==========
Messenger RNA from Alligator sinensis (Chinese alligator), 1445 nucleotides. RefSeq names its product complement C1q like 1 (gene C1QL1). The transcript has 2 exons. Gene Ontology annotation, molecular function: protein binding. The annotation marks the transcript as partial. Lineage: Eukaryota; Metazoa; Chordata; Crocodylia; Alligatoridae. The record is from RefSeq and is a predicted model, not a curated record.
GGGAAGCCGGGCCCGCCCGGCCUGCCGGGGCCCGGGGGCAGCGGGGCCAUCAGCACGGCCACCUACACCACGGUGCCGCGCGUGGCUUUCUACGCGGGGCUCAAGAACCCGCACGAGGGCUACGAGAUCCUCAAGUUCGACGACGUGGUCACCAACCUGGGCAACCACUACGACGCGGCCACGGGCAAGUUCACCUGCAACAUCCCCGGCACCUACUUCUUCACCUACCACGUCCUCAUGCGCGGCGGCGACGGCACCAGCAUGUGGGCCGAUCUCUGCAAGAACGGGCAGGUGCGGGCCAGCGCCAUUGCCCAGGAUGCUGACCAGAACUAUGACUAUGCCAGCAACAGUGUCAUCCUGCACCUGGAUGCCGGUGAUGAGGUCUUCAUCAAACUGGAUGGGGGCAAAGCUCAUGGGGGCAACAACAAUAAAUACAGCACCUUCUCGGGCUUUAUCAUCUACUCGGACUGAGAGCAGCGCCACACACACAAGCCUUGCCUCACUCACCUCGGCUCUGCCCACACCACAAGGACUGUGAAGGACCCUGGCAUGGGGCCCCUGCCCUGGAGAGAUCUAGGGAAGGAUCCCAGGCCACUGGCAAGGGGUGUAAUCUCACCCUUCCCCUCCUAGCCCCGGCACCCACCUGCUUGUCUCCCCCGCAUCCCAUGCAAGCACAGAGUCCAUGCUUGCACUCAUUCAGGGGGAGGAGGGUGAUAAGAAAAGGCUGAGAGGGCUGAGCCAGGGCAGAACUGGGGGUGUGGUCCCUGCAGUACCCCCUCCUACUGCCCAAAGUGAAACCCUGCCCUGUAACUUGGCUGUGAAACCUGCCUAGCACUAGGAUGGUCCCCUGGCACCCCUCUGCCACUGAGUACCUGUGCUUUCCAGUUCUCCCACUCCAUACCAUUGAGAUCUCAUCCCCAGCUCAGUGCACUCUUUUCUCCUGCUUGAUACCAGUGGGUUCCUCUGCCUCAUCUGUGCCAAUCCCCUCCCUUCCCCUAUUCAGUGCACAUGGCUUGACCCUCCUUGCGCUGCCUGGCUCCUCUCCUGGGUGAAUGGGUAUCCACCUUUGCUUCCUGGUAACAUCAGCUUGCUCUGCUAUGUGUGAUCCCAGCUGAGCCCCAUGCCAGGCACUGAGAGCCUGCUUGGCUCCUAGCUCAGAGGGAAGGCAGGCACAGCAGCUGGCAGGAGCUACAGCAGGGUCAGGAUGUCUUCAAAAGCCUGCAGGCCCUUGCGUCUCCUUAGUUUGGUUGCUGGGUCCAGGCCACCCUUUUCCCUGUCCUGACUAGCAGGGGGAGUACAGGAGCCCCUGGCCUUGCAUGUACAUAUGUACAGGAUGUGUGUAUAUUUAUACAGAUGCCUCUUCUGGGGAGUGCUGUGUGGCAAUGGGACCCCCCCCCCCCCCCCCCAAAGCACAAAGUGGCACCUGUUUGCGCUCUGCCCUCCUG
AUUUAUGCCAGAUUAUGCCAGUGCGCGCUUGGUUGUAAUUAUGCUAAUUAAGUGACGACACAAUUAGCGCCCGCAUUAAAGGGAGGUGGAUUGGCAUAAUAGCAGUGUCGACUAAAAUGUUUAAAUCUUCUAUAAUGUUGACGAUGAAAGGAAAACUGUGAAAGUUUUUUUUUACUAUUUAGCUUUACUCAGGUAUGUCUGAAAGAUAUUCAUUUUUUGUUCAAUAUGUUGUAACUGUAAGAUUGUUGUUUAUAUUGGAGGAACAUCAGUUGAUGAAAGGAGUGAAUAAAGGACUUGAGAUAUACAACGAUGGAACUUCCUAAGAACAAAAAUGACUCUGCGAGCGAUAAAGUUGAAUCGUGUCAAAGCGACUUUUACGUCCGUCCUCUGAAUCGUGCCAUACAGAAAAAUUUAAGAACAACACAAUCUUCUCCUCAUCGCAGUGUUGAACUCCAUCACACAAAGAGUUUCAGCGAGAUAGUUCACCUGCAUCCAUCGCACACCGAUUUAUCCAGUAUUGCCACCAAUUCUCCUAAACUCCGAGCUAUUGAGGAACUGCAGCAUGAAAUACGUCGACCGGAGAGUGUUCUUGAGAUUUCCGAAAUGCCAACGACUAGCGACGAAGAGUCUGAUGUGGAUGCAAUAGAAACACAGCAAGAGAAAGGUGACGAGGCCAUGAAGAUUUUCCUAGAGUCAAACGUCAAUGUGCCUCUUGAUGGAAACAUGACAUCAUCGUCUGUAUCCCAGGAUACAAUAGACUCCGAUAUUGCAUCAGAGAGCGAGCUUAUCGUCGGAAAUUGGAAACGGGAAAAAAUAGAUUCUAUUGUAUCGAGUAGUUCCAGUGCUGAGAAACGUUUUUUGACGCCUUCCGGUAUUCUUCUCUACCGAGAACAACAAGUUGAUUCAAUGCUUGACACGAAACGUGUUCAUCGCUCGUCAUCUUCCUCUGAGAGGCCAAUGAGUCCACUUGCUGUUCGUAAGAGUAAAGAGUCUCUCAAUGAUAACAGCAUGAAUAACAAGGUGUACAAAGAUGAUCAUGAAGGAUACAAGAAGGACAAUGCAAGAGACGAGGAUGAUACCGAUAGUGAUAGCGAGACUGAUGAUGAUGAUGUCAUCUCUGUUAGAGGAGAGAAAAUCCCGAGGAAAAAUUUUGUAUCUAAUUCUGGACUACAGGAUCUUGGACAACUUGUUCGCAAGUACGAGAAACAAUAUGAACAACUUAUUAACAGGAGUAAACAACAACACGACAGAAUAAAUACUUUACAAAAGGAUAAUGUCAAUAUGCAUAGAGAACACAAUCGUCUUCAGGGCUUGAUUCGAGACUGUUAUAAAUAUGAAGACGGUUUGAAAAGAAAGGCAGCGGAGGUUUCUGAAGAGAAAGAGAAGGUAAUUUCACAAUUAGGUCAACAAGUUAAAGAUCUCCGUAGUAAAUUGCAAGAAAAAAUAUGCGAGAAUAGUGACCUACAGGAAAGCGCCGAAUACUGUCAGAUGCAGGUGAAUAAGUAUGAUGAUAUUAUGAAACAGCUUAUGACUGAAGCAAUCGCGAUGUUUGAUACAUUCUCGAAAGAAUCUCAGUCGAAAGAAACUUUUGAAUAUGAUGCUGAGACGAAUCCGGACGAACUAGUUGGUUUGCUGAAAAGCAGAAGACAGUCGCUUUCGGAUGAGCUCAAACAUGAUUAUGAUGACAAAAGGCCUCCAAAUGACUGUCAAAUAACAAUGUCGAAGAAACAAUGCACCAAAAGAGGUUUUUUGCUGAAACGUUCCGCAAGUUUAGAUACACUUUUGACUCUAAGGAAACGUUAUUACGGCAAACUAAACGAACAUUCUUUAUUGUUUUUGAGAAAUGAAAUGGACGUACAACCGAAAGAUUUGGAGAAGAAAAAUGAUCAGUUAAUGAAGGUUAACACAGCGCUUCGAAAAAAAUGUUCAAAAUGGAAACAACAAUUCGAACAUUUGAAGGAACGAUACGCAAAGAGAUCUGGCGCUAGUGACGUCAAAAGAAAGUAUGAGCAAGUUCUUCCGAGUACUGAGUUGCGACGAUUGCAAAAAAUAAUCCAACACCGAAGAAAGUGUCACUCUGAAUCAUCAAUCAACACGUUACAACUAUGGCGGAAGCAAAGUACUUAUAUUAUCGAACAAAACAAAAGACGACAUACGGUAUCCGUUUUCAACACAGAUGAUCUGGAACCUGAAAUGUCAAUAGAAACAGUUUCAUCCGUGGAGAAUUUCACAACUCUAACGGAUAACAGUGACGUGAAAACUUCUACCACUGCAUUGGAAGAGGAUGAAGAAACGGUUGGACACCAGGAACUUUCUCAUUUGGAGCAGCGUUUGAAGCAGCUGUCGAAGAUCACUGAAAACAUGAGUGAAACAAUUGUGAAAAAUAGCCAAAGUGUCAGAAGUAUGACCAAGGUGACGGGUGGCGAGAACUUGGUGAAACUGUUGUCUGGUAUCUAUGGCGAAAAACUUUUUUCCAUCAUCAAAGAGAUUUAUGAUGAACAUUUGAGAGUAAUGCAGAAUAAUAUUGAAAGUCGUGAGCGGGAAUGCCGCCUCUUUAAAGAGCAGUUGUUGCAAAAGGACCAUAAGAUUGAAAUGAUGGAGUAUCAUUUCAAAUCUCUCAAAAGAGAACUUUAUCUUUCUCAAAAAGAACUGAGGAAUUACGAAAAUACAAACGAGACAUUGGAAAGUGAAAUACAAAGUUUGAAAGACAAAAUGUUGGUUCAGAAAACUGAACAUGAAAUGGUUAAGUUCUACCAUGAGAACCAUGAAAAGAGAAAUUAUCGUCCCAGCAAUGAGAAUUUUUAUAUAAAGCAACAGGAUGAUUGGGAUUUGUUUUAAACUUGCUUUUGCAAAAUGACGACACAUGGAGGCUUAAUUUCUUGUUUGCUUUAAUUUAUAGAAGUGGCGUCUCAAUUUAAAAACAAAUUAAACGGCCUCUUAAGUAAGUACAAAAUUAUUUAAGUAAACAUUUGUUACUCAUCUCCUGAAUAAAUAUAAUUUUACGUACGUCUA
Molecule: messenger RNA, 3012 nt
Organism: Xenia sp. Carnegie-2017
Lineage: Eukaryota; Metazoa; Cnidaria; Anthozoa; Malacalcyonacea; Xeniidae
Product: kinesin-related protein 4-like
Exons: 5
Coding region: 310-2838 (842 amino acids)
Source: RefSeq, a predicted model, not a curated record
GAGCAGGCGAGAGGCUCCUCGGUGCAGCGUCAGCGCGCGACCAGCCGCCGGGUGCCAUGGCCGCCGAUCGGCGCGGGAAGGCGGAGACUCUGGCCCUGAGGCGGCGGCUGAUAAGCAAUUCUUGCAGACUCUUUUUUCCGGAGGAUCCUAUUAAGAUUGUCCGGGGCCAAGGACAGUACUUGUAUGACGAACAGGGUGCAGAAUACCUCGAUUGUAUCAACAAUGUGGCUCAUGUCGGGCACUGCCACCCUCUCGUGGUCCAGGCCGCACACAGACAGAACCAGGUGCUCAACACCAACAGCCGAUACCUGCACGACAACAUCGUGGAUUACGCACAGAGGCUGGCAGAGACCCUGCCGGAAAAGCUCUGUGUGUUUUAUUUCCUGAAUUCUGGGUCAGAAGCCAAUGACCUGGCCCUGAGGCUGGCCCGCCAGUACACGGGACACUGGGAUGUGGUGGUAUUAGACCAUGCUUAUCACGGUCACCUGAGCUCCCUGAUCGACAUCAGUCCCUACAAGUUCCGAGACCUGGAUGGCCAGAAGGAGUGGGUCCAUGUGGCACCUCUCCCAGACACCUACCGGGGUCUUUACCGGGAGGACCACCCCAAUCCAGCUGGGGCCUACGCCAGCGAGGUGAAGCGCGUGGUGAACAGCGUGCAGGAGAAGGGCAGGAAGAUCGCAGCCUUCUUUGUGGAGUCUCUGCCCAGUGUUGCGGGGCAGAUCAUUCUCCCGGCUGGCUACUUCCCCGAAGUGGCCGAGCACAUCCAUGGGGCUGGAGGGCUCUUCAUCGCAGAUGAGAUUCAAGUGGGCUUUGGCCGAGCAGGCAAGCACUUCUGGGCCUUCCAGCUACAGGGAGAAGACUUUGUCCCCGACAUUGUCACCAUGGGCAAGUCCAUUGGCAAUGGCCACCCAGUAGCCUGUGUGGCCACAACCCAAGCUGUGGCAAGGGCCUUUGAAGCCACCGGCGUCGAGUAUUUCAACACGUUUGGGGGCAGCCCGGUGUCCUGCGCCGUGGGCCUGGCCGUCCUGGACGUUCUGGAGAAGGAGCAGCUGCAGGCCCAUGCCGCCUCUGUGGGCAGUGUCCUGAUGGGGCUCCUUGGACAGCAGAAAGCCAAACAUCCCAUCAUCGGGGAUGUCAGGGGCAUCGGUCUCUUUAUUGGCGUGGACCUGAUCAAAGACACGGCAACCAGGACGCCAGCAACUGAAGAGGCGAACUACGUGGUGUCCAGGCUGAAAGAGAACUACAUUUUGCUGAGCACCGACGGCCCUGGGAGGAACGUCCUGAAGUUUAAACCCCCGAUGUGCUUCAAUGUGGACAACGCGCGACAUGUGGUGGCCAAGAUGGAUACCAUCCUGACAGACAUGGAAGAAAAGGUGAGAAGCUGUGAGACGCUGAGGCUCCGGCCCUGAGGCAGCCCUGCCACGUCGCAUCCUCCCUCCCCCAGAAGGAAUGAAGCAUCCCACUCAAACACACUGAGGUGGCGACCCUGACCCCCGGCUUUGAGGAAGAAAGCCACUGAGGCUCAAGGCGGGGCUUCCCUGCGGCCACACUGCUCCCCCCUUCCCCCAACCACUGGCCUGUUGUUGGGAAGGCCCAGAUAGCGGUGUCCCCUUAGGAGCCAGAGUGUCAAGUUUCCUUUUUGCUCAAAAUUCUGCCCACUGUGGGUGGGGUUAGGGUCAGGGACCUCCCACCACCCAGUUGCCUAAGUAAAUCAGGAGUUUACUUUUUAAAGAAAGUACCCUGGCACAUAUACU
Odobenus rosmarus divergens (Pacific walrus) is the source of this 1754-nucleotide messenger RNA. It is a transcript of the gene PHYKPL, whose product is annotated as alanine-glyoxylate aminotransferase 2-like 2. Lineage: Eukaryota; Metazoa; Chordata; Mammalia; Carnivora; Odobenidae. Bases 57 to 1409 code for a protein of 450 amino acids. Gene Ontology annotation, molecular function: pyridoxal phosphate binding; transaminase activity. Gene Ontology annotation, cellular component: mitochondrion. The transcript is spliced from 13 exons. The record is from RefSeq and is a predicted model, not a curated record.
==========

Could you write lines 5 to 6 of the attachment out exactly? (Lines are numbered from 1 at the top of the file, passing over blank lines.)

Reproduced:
Organism: Xenia sp. Carnegie-2017
Lineage: Eukaryota; Metazoa; Cnidaria; Anthozoa; Malacalcyonacea; Xeniidae